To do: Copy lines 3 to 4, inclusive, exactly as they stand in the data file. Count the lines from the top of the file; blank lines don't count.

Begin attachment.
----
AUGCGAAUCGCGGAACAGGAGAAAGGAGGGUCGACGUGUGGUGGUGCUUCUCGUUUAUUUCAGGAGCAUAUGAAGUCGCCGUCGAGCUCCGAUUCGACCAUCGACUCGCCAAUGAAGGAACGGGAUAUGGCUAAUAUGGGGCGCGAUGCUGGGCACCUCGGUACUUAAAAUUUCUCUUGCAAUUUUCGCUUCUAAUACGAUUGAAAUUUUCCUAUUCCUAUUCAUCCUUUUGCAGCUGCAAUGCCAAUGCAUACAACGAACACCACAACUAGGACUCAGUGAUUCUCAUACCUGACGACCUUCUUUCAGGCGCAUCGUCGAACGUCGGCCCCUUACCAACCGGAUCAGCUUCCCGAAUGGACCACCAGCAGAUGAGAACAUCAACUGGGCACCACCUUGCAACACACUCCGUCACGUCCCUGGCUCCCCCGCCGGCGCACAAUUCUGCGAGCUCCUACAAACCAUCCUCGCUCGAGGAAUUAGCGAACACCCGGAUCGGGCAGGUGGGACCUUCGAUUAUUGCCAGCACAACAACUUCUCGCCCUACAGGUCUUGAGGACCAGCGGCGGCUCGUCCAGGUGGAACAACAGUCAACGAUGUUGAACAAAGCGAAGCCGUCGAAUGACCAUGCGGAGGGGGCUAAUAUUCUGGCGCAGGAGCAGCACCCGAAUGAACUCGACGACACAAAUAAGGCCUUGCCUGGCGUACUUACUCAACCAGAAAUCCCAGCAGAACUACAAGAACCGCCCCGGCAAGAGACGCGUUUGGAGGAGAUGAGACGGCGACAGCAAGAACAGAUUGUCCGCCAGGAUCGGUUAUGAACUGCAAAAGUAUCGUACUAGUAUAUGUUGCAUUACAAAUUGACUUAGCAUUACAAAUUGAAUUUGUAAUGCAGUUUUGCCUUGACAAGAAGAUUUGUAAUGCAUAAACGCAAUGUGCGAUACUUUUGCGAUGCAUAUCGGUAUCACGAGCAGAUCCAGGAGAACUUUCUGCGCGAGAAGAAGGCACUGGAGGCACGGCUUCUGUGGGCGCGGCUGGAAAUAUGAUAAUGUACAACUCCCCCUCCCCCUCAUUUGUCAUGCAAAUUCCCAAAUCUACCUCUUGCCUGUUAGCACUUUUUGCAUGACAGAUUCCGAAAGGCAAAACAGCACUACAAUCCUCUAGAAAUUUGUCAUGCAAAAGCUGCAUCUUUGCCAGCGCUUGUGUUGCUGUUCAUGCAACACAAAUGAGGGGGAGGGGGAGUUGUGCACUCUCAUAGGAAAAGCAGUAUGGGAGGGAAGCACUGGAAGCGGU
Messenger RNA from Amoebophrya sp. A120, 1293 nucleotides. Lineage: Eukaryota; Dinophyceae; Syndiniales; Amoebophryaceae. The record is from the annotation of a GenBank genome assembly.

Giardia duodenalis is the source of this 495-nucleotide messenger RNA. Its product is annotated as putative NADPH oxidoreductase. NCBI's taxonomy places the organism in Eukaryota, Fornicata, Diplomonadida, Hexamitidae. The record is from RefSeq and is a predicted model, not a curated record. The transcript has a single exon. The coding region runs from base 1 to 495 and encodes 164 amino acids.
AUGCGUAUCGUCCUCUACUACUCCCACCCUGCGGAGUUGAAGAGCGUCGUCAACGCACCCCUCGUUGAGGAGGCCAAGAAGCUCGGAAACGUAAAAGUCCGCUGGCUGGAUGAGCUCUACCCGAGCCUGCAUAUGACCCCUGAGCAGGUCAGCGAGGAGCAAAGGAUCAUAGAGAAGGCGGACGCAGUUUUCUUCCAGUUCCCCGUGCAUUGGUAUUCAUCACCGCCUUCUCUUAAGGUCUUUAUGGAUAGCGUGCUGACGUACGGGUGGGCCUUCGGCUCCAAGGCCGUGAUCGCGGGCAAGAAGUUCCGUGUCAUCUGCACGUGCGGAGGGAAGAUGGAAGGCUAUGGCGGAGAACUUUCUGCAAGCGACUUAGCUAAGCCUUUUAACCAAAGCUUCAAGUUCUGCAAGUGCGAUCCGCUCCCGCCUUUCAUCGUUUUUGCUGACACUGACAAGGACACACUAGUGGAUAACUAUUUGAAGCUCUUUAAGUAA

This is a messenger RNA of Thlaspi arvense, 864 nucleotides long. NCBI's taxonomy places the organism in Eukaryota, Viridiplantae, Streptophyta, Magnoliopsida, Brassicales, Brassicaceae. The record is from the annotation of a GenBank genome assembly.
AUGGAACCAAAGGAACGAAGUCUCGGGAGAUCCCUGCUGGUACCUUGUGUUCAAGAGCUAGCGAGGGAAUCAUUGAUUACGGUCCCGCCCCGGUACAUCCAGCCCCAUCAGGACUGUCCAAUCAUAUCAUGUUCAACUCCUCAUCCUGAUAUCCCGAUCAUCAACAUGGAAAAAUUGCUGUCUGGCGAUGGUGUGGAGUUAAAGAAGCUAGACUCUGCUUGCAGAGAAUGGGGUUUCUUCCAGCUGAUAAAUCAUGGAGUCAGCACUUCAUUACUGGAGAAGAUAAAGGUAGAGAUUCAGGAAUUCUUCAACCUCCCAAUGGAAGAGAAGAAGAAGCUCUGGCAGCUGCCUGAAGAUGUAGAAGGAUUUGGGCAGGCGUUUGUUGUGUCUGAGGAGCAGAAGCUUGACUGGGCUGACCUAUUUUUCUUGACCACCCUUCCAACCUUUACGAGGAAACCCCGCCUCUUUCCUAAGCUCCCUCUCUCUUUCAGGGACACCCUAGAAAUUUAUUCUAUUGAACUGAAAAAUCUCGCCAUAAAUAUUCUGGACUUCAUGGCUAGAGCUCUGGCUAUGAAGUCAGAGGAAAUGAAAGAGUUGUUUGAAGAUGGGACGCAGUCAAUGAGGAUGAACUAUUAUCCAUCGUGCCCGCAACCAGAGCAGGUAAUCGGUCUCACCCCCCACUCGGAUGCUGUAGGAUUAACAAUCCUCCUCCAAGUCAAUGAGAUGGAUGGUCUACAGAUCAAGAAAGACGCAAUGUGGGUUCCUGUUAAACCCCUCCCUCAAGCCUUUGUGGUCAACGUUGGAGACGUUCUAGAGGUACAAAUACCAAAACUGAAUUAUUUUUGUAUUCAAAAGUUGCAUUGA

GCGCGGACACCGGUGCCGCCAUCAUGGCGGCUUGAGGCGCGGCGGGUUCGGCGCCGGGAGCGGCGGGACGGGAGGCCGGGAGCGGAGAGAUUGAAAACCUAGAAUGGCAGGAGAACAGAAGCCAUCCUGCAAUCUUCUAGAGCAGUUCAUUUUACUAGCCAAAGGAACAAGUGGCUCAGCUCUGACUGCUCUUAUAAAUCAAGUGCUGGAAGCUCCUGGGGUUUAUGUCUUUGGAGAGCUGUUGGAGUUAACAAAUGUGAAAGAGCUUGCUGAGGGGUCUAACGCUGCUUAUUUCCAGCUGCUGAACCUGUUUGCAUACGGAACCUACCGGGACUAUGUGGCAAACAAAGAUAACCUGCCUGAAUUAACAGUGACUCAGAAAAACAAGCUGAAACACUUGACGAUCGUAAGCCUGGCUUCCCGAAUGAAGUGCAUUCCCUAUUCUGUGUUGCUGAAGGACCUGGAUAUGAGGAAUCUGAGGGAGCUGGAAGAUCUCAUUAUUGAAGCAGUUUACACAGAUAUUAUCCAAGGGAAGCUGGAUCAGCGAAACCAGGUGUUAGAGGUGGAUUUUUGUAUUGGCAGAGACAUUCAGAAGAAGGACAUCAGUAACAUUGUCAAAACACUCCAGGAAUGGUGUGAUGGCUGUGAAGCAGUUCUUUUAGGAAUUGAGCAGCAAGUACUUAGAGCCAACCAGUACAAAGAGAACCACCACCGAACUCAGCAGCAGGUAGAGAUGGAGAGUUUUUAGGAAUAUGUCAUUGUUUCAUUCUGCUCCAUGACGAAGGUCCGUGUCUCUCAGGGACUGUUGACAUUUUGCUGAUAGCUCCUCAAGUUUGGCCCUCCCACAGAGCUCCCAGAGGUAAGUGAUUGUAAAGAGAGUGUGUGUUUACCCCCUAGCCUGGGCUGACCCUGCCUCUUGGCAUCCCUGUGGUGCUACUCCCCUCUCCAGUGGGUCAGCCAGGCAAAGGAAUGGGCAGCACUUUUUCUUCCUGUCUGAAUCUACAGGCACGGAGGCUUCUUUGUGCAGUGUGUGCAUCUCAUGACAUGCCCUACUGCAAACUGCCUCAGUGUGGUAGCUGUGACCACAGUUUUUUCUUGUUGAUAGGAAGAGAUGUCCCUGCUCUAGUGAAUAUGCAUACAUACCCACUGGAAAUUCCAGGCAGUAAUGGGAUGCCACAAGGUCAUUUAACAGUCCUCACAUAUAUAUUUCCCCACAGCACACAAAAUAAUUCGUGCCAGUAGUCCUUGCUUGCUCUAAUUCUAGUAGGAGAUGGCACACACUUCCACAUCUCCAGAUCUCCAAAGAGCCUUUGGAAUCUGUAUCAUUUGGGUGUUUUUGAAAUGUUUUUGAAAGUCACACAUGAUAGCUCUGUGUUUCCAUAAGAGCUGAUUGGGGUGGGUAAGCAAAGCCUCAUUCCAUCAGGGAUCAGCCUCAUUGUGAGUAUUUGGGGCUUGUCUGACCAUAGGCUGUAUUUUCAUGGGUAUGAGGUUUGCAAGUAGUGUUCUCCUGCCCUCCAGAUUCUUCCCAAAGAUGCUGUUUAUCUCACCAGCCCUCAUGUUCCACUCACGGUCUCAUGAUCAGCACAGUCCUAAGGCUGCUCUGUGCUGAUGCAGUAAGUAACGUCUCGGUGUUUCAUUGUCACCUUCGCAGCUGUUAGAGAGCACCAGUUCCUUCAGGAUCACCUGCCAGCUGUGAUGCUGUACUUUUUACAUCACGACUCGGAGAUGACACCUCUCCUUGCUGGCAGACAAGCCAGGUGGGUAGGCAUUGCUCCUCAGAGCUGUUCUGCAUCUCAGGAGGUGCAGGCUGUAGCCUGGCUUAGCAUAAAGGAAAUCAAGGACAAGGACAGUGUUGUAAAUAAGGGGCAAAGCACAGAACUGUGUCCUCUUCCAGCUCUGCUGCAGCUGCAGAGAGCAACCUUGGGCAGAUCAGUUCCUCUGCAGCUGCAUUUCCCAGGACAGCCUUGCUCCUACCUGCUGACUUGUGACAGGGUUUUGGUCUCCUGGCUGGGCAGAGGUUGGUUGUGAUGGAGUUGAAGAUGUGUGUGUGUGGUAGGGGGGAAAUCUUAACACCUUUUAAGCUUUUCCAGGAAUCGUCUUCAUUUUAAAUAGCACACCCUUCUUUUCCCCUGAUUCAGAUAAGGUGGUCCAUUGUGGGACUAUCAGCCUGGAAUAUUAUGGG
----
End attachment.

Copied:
Giardia duodenalis is the source of this 495-nucleotide messenger RNA. Its product is annotated as putative NADPH oxidoreductase. NCBI's taxonomy places the organism in Eukaryota, Fornicata, Diplomonadida, Hexamitidae. The record is from RefSeq and is a predicted model, not a curated record. The transcript has a single exon. The coding region runs from base 1 to 495 and encodes 164 amino acids.
AUGCGUAUCGUCCUCUACUACUCCCACCCUGCGGAGUUGAAGAGCGUCGUCAACGCACCCCUCGUUGAGGAGGCCAAGAAGCUCGGAAACGUAAAAGUCCGCUGGCUGGAUGAGCUCUACCCGAGCCUGCAUAUGACCCCUGAGCAGGUCAGCGAGGAGCAAAGGAUCAUAGAGAAGGCGGACGCAGUUUUCUUCCAGUUCCCCGUGCAUUGGUAUUCAUCACCGCCUUCUCUUAAGGUCUUUAUGGAUAGCGUGCUGACGUACGGGUGGGCCUUCGGCUCCAAGGCCGUGAUCGCGGGCAAGAAGUUCCGUGUCAUCUGCACGUGCGGAGGGAAGAUGGAAGGCUAUGGCGGAGAACUUUCUGCAAGCGACUUAGCUAAGCCUUUUAACCAAAGCUUCAAGUUCUGCAAGUGCGAUCCGCUCCCGCCUUUCAUCGUUUUUGCUGACACUGACAAGGACACACUAGUGGAUAACUAUUUGAAGCUCUUUAAGUAA